A pizza restaurant makes a two types of pizza. One is in the shape of a circle and is 10" in diameter. The other is in the shape of a square which is 10" on a side. The circular pizza is cut into six slices, while the square pizza is cut in to eight slices. Which slices are larger, the ones from the circular pizza or the ones from the square pizza?

Solution

## June 2007

### Mean-Mode

The mean of three positive integers (whole numbers) is 14 and the mode is 13. What are the numbers?

Solution

### Median-Mode-Mean

The median of four positive integers is twice the mode. The mean of the numbers is twice the median. If all numbers are less than 20, what is the largest of the four numbers?

Solution

--no problems--

## August 2007

A standard California automobile license plate has a digit from 1 to 9, followed by three letters, followed by 3 digits from 0 to 9. Under these conditions, how many different plates are possible?

Solution

How many standard California license plates contain a C, an A, or both?

Solution

## September 2007

### Eight Coins

Using enough coins (pennies, nickels, dimes, quarters, and half-dollars), it's possible to make any amount of money. For any amount less than one dollar, no more than eight coins is needed. 99¢ requires eight coins. Only one other amount requires eight coins. What is it?

Solution

### Seven Coins

What is the smallest amount of money that cannot be made with fewer than seven coins?

Solution

## October 2007

### A New Coin

In last month's problem we saw that it is possible to make any amount less than \$1.00 using at most eight coins. Suppose US treasury stopped making half-dollars and instead adds a new coin with a different value. The new coin's value is be a multiple of 5¢, like the other non-penny coins. Can you find a value for the new coin so that it would be possible to make any amount less than \$1.00 with at most seven coins?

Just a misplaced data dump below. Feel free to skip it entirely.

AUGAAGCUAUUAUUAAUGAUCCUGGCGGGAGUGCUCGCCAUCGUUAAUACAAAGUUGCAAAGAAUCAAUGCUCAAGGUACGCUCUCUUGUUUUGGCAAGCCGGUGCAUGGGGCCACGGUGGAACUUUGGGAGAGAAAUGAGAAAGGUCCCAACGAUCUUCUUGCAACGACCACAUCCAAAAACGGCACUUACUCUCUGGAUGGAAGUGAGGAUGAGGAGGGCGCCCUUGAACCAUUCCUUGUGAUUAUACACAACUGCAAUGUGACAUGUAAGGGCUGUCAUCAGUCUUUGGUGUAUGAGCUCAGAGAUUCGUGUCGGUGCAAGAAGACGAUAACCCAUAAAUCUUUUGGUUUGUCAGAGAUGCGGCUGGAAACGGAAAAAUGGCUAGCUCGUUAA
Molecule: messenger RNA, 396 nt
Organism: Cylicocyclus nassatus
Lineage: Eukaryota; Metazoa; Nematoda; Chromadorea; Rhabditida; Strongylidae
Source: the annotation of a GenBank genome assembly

Solution

### Another New Coin

Suppose US treasury stopped making dimes and half-dollars. The values of US coins would then be 1¢, 5¢, and 25¢. The treasury adds a single new coin whose value is a multiple of 5¢. Can you find a value for the new coin so that it would be possible to make every amount less than \$1.00 with at most eight coins?

Solution

## November 2007

### Quick Sum

In less than thirty seconds, determine which sum is larger:

Solution

### Quick Remainder

In less than thirty seconds, what is the largest number that leaves the same remainder when divided into 85 and 97?

Solution

## December 2007

### Who's Married?

Peter, Bill, and Jane are friends. One of them is married, and the other two are single. When they are asked who is married, their responses are:

Peter: Bill is married.
Bill: Jane is married.
Jane: One of the men is single.

If the one who is married is lying and the others are truthful, who is married?

Solution

### Who's Single?

Greg, Frank, Sally, and Patty are friends. One of them is single, and the rest are married. When they are asked who is single, their responses are:

Greg: Frank is married.
Frank: Sally married.
Sally: Patty is single.
Patty: One of the men is single.

If the single person is lying and the rest are truthful, who is single?

Solution